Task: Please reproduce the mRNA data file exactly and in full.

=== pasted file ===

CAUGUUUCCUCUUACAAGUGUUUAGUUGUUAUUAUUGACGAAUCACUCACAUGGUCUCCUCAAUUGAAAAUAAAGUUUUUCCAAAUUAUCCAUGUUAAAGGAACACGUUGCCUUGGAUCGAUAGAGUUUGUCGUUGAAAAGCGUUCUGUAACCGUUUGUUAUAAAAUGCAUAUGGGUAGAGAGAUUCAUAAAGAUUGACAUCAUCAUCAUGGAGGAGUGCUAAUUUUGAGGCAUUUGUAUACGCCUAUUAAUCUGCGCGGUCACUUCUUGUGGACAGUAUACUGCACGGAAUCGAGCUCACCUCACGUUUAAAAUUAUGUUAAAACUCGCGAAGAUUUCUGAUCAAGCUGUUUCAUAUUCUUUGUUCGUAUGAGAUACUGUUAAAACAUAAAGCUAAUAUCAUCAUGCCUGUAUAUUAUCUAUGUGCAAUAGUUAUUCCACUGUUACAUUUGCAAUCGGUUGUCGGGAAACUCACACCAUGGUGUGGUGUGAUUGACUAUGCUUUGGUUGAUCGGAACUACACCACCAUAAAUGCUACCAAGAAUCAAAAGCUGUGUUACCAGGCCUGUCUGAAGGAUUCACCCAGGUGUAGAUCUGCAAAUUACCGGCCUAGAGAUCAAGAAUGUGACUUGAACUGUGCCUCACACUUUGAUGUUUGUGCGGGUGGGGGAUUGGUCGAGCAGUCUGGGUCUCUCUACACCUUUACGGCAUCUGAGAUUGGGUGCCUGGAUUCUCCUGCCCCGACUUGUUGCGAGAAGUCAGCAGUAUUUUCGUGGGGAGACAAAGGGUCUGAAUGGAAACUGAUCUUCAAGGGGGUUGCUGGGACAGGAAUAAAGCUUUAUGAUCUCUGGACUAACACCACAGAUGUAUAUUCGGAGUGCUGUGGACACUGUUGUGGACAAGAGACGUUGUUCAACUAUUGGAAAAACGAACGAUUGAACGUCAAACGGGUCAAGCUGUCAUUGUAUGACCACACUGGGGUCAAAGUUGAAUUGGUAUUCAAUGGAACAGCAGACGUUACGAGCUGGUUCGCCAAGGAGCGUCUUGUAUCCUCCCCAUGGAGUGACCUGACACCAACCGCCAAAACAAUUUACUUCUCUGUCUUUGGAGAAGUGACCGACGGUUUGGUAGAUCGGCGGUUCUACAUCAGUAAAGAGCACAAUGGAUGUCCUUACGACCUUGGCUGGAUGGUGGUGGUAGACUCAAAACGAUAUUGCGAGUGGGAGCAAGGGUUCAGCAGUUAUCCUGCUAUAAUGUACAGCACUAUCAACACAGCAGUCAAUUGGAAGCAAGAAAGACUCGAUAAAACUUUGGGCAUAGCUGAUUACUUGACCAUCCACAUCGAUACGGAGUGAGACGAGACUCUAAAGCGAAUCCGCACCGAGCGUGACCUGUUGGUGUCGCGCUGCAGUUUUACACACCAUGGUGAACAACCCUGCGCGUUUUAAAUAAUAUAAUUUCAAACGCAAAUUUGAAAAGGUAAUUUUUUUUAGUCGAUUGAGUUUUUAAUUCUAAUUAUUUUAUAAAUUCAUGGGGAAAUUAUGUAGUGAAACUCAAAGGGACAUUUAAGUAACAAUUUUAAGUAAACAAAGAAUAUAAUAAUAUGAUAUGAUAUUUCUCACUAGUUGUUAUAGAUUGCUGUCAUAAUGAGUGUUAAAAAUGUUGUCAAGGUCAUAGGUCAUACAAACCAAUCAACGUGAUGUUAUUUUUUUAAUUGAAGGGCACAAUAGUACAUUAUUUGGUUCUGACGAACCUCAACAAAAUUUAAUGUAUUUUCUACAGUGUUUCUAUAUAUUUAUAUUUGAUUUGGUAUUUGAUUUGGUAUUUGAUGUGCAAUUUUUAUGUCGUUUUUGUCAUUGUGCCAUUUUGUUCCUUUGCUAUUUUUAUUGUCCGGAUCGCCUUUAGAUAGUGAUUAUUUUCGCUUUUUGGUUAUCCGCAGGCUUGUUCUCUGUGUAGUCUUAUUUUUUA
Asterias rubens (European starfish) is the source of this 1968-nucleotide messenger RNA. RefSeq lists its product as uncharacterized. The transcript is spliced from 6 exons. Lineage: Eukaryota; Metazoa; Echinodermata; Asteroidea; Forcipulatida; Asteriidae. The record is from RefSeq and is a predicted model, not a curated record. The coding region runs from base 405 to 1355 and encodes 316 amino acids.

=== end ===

CAUGUUUCCUCUUACAAGUGUUUAGUUGUUAUUAUUGACGAAUCACUCACAUGGUCUCCUCAAUUGAAAAUAAAGUUUUUCCAAAUUAUCCAUGUUAAAGGAACACGUUGCCUUGGAUCGAUAGAGUUUGUCGUUGAAAAGCGUUCUGUAACCGUUUGUUAUAAAAUGCAUAUGGGUAGAGAGAUUCAUAAAGAUUGACAUCAUCAUCAUGGAGGAGUGCUAAUUUUGAGGCAUUUGUAUACGCCUAUUAAUCUGCGCGGUCACUUCUUGUGGACAGUAUACUGCACGGAAUCGAGCUCACCUCACGUUUAAAAUUAUGUUAAAACUCGCGAAGAUUUCUGAUCAAGCUGUUUCAUAUUCUUUGUUCGUAUGAGAUACUGUUAAAACAUAAAGCUAAUAUCAUCAUGCCUGUAUAUUAUCUAUGUGCAAUAGUUAUUCCACUGUUACAUUUGCAAUCGGUUGUCGGGAAACUCACACCAUGGUGUGGUGUGAUUGACUAUGCUUUGGUUGAUCGGAACUACACCACCAUAAAUGCUACCAAGAAUCAAAAGCUGUGUUACCAGGCCUGUCUGAAGGAUUCACCCAGGUGUAGAUCUGCAAAUUACCGGCCUAGAGAUCAAGAAUGUGACUUGAACUGUGCCUCACACUUUGAUGUUUGUGCGGGUGGGGGAUUGGUCGAGCAGUCUGGGUCUCUCUACACCUUUACGGCAUCUGAGAUUGGGUGCCUGGAUUCUCCUGCCCCGACUUGUUGCGAGAAGUCAGCAGUAUUUUCGUGGGGAGACAAAGGGUCUGAAUGGAAACUGAUCUUCAAGGGGGUUGCUGGGACAGGAAUAAAGCUUUAUGAUCUCUGGACUAACACCACAGAUGUAUAUUCGGAGUGCUGUGGACACUGUUGUGGACAAGAGACGUUGUUCAACUAUUGGAAAAACGAACGAUUGAACGUCAAACGGGUCAAGCUGUCAUUGUAUGACCACACUGGGGUCAAAGUUGAAUUGGUAUUCAAUGGAACAGCAGACGUUACGAGCUGGUUCGCCAAGGAGCGUCUUGUAUCCUCCCCAUGGAGUGACCUGACACCAACCGCCAAAACAAUUUACUUCUCUGUCUUUGGAGAAGUGACCGACGGUUUGGUAGAUCGGCGGUUCUACAUCAGUAAAGAGCACAAUGGAUGUCCUUACGACCUUGGCUGGAUGGUGGUGGUAGACUCAAAACGAUAUUGCGAGUGGGAGCAAGGGUUCAGCAGUUAUCCUGCUAUAAUGUACAGCACUAUCAACACAGCAGUCAAUUGGAAGCAAGAAAGACUCGAUAAAACUUUGGGCAUAGCUGAUUACUUGACCAUCCACAUCGAUACGGAGUGAGACGAGACUCUAAAGCGAAUCCGCACCGAGCGUGACCUGUUGGUGUCGCGCUGCAGUUUUACACACCAUGGUGAACAACCCUGCGCGUUUUAAAUAAUAUAAUUUCAAACGCAAAUUUGAAAAGGUAAUUUUUUUUAGUCGAUUGAGUUUUUAAUUCUAAUUAUUUUAUAAAUUCAUGGGGAAAUUAUGUAGUGAAACUCAAAGGGACAUUUAAGUAACAAUUUUAAGUAAACAAAGAAUAUAAUAAUAUGAUAUGAUAUUUCUCACUAGUUGUUAUAGAUUGCUGUCAUAAUGAGUGUUAAAAAUGUUGUCAAGGUCAUAGGUCAUACAAACCAAUCAACGUGAUGUUAUUUUUUUAAUUGAAGGGCACAAUAGUACAUUAUUUGGUUCUGACGAACCUCAACAAAAUUUAAUGUAUUUUCUACAGUGUUUCUAUAUAUUUAUAUUUGAUUUGGUAUUUGAUUUGGUAUUUGAUGUGCAAUUUUUAUGUCGUUUUUGUCAUUGUGCCAUUUUGUUCCUUUGCUAUUUUUAUUGUCCGGAUCGCCUUUAGAUAGUGAUUAUUUUCGCUUUUUGGUUAUCCGCAGGCUUGUUCUCUGUGUAGUCUUAUUUUUUA
Asterias rubens (European starfish) is the source of this 1968-nucleotide messenger RNA. RefSeq lists its product as uncharacterized. The transcript is spliced from 6 exons. Lineage: Eukaryota; Metazoa; Echinodermata; Asteroidea; Forcipulatida; Asteriidae. The record is from RefSeq and is a predicted model, not a curated record. The coding region runs from base 405 to 1355 and encodes 316 amino acids.